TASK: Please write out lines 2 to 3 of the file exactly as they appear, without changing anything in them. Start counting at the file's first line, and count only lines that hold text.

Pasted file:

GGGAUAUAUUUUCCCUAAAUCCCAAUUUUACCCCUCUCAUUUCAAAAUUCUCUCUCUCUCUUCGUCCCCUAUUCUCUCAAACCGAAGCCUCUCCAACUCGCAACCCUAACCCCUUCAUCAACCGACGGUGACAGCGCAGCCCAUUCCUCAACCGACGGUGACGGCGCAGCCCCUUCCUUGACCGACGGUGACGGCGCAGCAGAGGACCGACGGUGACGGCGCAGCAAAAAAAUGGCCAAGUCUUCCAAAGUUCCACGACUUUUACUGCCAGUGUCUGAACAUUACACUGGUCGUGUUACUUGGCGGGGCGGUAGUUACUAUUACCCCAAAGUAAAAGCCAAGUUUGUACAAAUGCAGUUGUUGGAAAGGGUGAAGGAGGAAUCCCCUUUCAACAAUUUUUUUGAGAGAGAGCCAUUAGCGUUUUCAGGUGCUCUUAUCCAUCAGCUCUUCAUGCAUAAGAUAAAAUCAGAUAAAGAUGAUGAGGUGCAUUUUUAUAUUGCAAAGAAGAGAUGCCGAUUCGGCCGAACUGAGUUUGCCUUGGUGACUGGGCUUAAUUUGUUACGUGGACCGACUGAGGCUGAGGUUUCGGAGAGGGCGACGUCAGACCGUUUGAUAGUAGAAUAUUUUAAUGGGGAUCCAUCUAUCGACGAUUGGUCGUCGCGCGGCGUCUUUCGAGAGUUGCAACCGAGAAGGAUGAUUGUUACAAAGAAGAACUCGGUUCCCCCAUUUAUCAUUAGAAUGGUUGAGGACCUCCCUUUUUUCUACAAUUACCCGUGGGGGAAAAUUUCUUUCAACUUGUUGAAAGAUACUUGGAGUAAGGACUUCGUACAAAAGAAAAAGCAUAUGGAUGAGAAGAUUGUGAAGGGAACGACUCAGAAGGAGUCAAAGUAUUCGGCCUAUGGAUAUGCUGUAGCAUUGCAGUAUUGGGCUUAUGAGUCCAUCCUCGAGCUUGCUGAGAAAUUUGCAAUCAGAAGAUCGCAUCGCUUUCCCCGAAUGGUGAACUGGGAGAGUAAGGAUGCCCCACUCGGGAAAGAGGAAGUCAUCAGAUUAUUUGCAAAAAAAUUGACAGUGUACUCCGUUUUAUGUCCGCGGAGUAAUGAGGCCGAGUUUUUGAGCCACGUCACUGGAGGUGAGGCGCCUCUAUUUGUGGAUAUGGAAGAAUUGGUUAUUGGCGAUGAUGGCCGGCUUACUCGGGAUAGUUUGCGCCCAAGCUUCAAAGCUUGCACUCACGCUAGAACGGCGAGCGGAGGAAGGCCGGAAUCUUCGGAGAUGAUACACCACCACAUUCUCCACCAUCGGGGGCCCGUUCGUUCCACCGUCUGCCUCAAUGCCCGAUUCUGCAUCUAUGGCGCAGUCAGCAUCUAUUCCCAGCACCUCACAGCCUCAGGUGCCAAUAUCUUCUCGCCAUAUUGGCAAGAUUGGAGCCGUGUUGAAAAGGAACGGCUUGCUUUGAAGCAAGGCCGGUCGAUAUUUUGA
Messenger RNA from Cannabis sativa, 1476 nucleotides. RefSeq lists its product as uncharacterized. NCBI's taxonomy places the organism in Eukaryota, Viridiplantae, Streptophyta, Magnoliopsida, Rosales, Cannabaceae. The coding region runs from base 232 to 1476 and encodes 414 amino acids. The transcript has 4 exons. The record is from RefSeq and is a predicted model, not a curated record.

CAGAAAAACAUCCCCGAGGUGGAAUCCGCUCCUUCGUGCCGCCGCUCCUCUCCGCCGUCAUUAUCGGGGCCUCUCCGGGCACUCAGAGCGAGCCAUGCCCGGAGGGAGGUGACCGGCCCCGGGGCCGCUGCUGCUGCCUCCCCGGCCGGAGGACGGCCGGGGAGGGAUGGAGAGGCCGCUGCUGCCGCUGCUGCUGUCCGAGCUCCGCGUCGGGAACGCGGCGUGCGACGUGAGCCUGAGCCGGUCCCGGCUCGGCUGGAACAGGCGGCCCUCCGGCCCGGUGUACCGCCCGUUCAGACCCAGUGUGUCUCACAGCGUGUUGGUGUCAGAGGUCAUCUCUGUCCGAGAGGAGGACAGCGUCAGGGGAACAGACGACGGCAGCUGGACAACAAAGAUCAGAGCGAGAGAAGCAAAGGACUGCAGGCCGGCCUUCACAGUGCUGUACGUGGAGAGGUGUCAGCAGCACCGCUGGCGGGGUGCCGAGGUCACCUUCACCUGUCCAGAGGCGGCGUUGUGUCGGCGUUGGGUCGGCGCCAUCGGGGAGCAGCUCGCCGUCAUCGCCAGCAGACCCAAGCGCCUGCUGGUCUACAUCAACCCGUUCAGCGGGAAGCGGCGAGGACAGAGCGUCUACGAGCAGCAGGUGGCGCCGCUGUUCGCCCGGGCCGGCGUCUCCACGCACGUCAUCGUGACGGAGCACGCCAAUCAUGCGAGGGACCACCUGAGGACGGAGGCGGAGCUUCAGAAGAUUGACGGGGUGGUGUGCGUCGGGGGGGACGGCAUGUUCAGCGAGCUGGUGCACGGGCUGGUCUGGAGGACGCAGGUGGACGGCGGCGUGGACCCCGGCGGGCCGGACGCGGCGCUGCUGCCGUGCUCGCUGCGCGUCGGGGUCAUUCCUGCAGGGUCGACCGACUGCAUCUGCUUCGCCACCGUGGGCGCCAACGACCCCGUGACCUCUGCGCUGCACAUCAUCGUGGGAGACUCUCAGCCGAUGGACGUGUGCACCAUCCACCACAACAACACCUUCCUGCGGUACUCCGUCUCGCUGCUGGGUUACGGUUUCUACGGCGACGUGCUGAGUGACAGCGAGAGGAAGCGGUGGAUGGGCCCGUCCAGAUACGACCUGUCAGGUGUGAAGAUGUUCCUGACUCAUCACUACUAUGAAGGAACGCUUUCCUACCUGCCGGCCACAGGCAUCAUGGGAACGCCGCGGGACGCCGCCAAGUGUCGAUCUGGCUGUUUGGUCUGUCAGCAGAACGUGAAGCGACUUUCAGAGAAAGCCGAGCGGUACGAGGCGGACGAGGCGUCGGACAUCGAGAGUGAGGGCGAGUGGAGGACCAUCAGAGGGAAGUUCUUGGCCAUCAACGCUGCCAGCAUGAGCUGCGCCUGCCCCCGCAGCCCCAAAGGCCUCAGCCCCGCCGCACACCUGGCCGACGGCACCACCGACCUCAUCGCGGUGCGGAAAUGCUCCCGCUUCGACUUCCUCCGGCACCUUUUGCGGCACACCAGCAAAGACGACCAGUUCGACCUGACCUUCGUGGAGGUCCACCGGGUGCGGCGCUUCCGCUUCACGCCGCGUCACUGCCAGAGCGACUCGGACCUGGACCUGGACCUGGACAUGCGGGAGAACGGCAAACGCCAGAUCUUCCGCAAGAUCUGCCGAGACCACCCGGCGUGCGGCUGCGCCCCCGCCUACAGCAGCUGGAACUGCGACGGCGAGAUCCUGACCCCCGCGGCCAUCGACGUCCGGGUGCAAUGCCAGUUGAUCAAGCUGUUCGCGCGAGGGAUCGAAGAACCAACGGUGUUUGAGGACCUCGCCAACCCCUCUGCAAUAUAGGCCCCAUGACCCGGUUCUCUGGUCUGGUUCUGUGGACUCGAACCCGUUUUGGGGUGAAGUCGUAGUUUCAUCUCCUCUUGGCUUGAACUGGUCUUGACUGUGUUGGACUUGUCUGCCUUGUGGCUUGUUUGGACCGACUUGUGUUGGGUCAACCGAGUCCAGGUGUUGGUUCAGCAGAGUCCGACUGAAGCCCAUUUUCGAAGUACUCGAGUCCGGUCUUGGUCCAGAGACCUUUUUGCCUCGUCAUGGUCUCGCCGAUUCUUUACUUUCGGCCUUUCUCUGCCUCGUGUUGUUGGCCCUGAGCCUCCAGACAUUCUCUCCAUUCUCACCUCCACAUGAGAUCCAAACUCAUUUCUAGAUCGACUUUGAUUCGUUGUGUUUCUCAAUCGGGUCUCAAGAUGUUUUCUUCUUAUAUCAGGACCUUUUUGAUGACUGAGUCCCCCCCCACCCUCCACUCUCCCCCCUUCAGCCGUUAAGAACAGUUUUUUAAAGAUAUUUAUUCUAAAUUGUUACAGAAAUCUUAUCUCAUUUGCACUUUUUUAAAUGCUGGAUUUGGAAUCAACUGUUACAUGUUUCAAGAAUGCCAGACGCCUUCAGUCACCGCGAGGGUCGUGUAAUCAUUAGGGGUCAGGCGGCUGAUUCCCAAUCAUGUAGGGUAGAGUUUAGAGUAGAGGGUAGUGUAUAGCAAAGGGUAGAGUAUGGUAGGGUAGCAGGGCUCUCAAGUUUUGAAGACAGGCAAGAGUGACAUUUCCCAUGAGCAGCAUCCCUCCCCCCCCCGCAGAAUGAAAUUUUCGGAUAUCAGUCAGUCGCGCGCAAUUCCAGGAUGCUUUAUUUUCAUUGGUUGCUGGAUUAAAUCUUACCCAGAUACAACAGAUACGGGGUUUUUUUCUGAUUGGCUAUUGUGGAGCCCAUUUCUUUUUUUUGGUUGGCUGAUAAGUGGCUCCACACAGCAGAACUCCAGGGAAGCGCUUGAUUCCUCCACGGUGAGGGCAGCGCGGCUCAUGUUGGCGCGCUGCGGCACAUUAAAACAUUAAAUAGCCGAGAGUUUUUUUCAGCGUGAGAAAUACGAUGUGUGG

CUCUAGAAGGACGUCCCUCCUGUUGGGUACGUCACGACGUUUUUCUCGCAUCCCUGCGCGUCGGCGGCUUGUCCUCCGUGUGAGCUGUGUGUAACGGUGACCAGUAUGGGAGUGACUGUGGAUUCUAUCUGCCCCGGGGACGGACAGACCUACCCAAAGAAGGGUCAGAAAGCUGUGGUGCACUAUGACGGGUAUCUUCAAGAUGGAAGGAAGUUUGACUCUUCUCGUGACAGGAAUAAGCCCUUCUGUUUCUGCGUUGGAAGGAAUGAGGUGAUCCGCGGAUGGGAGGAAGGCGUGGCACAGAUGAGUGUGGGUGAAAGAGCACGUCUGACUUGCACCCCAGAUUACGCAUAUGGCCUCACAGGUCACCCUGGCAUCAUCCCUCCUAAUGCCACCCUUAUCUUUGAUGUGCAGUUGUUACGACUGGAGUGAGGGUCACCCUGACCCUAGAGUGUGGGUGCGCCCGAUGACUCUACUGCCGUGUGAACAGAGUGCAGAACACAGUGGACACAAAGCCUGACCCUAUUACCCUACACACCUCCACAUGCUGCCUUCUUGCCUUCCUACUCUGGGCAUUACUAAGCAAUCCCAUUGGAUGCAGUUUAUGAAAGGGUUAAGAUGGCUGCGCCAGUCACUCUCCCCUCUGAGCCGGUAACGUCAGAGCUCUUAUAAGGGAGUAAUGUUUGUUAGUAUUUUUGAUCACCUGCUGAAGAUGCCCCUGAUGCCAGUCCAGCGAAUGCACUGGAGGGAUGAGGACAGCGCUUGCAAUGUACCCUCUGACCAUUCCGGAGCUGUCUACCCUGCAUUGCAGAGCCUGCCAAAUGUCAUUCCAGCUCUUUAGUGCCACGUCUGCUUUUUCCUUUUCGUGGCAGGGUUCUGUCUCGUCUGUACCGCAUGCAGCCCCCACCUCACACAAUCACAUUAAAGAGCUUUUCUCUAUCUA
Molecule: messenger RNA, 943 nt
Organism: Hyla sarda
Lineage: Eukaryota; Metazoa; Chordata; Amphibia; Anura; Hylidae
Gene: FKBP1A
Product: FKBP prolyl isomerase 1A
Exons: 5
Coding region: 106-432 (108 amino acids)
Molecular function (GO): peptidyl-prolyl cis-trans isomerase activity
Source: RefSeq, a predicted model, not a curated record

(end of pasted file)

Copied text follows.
Messenger RNA from Cannabis sativa, 1476 nucleotides. RefSeq lists its product as uncharacterized. NCBI's taxonomy places the organism in Eukaryota, Viridiplantae, Streptophyta, Magnoliopsida, Rosales, Cannabaceae. The coding region runs from base 232 to 1476 and encodes 414 amino acids. The transcript has 4 exons. The record is from RefSeq and is a predicted model, not a curated record.

CAGAAAAACAUCCCCGAGGUGGAAUCCGCUCCUUCGUGCCGCCGCUCCUCUCCGCCGUCAUUAUCGGGGCCUCUCCGGGCACUCAGAGCGAGCCAUGCCCGGAGGGAGGUGACCGGCCCCGGGGCCGCUGCUGCUGCCUCCCCGGCCGGAGGACGGCCGGGGAGGGAUGGAGAGGCCGCUGCUGCCGCUGCUGCUGUCCGAGCUCCGCGUCGGGAACGCGGCGUGCGACGUGAGCCUGAGCCGGUCCCGGCUCGGCUGGAACAGGCGGCCCUCCGGCCCGGUGUACCGCCCGUUCAGACCCAGUGUGUCUCACAGCGUGUUGGUGUCAGAGGUCAUCUCUGUCCGAGAGGAGGACAGCGUCAGGGGAACAGACGACGGCAGCUGGACAACAAAGAUCAGAGCGAGAGAAGCAAAGGACUGCAGGCCGGCCUUCACAGUGCUGUACGUGGAGAGGUGUCAGCAGCACCGCUGGCGGGGUGCCGAGGUCACCUUCACCUGUCCAGAGGCGGCGUUGUGUCGGCGUUGGGUCGGCGCCAUCGGGGAGCAGCUCGCCGUCAUCGCCAGCAGACCCAAGCGCCUGCUGGUCUACAUCAACCCGUUCAGCGGGAAGCGGCGAGGACAGAGCGUCUACGAGCAGCAGGUGGCGCCGCUGUUCGCCCGGGCCGGCGUCUCCACGCACGUCAUCGUGACGGAGCACGCCAAUCAUGCGAGGGACCACCUGAGGACGGAGGCGGAGCUUCAGAAGAUUGACGGGGUGGUGUGCGUCGGGGGGGACGGCAUGUUCAGCGAGCUGGUGCACGGGCUGGUCUGGAGGACGCAGGUGGACGGCGGCGUGGACCCCGGCGGGCCGGACGCGGCGCUGCUGCCGUGCUCGCUGCGCGUCGGGGUCAUUCCUGCAGGGUCGACCGACUGCAUCUGCUUCGCCACCGUGGGCGCCAACGACCCCGUGACCUCUGCGCUGCACAUCAUCGUGGGAGACUCUCAGCCGAUGGACGUGUGCACCAUCCACCACAACAACACCUUCCUGCGGUACUCCGUCUCGCUGCUGGGUUACGGUUUCUACGGCGACGUGCUGAGUGACAGCGAGAGGAAGCGGUGGAUGGGCCCGUCCAGAUACGACCUGUCAGGUGUGAAGAUGUUCCUGACUCAUCACUACUAUGAAGGAACGCUUUCCUACCUGCCGGCCACAGGCAUCAUGGGAACGCCGCGGGACGCCGCCAAGUGUCGAUCUGGCUGUUUGGUCUGUCAGCAGAACGUGAAGCGACUUUCAGAGAAAGCCGAGCGGUACGAGGCGGACGAGGCGUCGGACAUCGAGAGUGAGGGCGAGUGGAGGACCAUCAGAGGGAAGUUCUUGGCCAUCAACGCUGCCAGCAUGAGCUGCGCCUGCCCCCGCAGCCCCAAAGGCCUCAGCCCCGCCGCACACCUGGCCGACGGCACCACCGACCUCAUCGCGGUGCGGAAAUGCUCCCGCUUCGACUUCCUCCGGCACCUUUUGCGGCACACCAGCAAAGACGACCAGUUCGACCUGACCUUCGUGGAGGUCCACCGGGUGCGGCGCUUCCGCUUCACGCCGCGUCACUGCCAGAGCGACUCGGACCUGGACCUGGACCUGGACAUGCGGGAGAACGGCAAACGCCAGAUCUUCCGCAAGAUCUGCCGAGACCACCCGGCGUGCGGCUGCGCCCCCGCCUACAGCAGCUGGAACUGCGACGGCGAGAUCCUGACCCCCGCGGCCAUCGACGUCCGGGUGCAAUGCCAGUUGAUCAAGCUGUUCGCGCGAGGGAUCGAAGAACCAACGGUGUUUGAGGACCUCGCCAACCCCUCUGCAAUAUAGGCCCCAUGACCCGGUUCUCUGGUCUGGUUCUGUGGACUCGAACCCGUUUUGGGGUGAAGUCGUAGUUUCAUCUCCUCUUGGCUUGAACUGGUCUUGACUGUGUUGGACUUGUCUGCCUUGUGGCUUGUUUGGACCGACUUGUGUUGGGUCAACCGAGUCCAGGUGUUGGUUCAGCAGAGUCCGACUGAAGCCCAUUUUCGAAGUACUCGAGUCCGGUCUUGGUCCAGAGACCUUUUUGCCUCGUCAUGGUCUCGCCGAUUCUUUACUUUCGGCCUUUCUCUGCCUCGUGUUGUUGGCCCUGAGCCUCCAGACAUUCUCUCCAUUCUCACCUCCACAUGAGAUCCAAACUCAUUUCUAGAUCGACUUUGAUUCGUUGUGUUUCUCAAUCGGGUCUCAAGAUGUUUUCUUCUUAUAUCAGGACCUUUUUGAUGACUGAGUCCCCCCCCACCCUCCACUCUCCCCCCUUCAGCCGUUAAGAACAGUUUUUUAAAGAUAUUUAUUCUAAAUUGUUACAGAAAUCUUAUCUCAUUUGCACUUUUUUAAAUGCUGGAUUUGGAAUCAACUGUUACAUGUUUCAAGAAUGCCAGACGCCUUCAGUCACCGCGAGGGUCGUGUAAUCAUUAGGGGUCAGGCGGCUGAUUCCCAAUCAUGUAGGGUAGAGUUUAGAGUAGAGGGUAGUGUAUAGCAAAGGGUAGAGUAUGGUAGGGUAGCAGGGCUCUCAAGUUUUGAAGACAGGCAAGAGUGACAUUUCCCAUGAGCAGCAUCCCUCCCCCCCCCGCAGAAUGAAAUUUUCGGAUAUCAGUCAGUCGCGCGCAAUUCCAGGAUGCUUUAUUUUCAUUGGUUGCUGGAUUAAAUCUUACCCAGAUACAACAGAUACGGGGUUUUUUUCUGAUUGGCUAUUGUGGAGCCCAUUUCUUUUUUUUGGUUGGCUGAUAAGUGGCUCCACACAGCAGAACUCCAGGGAAGCGCUUGAUUCCUCCACGGUGAGGGCAGCGCGGCUCAUGUUGGCGCGCUGCGGCACAUUAAAACAUUAAAUAGCCGAGAGUUUUUUUCAGCGUGAGAAAUACGAUGUGUGG